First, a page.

My treasures

My treasures

Sitting on the side of the bed of gentle, tiny Jeni. Her four year old daughter Queeni sat on my lap playing with my hair, touching my nose, face and ears, seemingly oblivious to the fact that her mother was dying. Jeni -- truly a lovely lady in life, and also as she lay dying. As she asked Jesus to ease her pain, I could only feel regret. Not sure what went wrong when, but it did. At 65 pounds, all that was left was her kind, soft eyes. Gracious even in these circumstances, she wanted to thank me for those most wonderful lotions that I gave her (you know the ones from fancy hotels that people collect for me), claiming that she had never smelled anything so lovely. Then she also thanked me for the bread and avocados, as that too was beyond delicious. Never had bread tasted so good. There comes a time when sending a sick person to the hospital is useless and at that point, we just try to be kind as we wait and see. In between the pains that made her gasp, she talked with me about her family and her kids. A woman and a mother – with few choices allotted to her in her short life. Her husband who gave her the virus died leaving her to his brother. They then had adorable Queeni. Little Queeni -- miraculously surviving both the virus given to her at birth and then infant meningitis.

In this arena of human suffering, glimpses of beauty do shine through, and these are my treasures. Who brought Jeni to my house two weeks ago? Not the brother-in-law who had inherited her, but her neighbor Dismas. Just last year, Dismas had lost his wife, and then it was TB and AIDS that took his own health. Now recovered, he is looking after others. And there Jeni was, sandwiched between Dismas and her younger sister on the back of a motorcycle coming to my house to ask for help. It is so beautiful seeing my now healthy friends helping those lagging behind or dying. And in Jeni’s case, dying. She died last week, leaving behind little Queeni, a 10 year old son and her 15 year old daughter.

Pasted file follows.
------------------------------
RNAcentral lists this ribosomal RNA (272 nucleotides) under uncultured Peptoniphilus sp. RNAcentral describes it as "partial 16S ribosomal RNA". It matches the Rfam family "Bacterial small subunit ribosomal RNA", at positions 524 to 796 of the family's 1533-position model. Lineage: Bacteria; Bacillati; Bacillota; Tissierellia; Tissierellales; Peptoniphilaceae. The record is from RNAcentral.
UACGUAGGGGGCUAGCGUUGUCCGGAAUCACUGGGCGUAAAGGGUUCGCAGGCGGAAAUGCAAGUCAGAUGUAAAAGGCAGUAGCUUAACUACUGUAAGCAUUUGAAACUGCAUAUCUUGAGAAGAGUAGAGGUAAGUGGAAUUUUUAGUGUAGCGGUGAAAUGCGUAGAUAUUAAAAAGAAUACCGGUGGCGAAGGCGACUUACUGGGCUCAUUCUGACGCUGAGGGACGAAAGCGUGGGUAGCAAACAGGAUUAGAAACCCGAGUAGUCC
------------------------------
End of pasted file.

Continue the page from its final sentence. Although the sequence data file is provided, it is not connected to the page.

These days, I fear we are starting to see a new wave of loss. Nothing like it was in the beginning nine years ago when I first came here. Back then we could lose three people in a day. But still death is here. Some of the anti-AIDS drugs are losing their effectiveness. Some of my friends have returned to the denial stage, pretending to be well and very unfortunately choosing to stop treatment. Others who have traveled to different parts of Tanzania for work have returned in terrible states, and they re-enter our lives and we pick them up and try to help. At least we can make them comfortable with a mattress and blankets (it is so cold here!), and lotions, and whatever else they may need.

I marvel that even in their pain and suffering, my friends living with HIV/AIDS remain kind, polite and hospitable. I almost always arrive unannounced, but quickly chairs are pulled together so that as visitors we can sit down and visit. Often it is the one who is so ill who seems to summon up the energy to command all the forces in the house to go about and find some chairs. They might be ill and they might be dying, but they won’t be robbed of being hospitable in their wonderful way. One of my favorite glimpses of this humanity was when Emmanueli who has been quite ill, (along with his wife and child), asked while he was looking down at my feet if I happened to know of anyone in need of a shoemaker, because he in fact was one. As I joined him in looking down at my feet and at my shoes, I realized in horror that I had put on my pair of shoes that had a huge split between the sole and the shoe showing off my hot pink socks! Recognizing that he was indirectly asking to repair my shoes, I gave them to him and the next day they were returned sewn together and even polished. Oh these friends of mine are beautiful in every way! I’m thankful that the journey with them doesn’t end here, but we will have a whole eternity together.

Please do pray for a cure!

Susan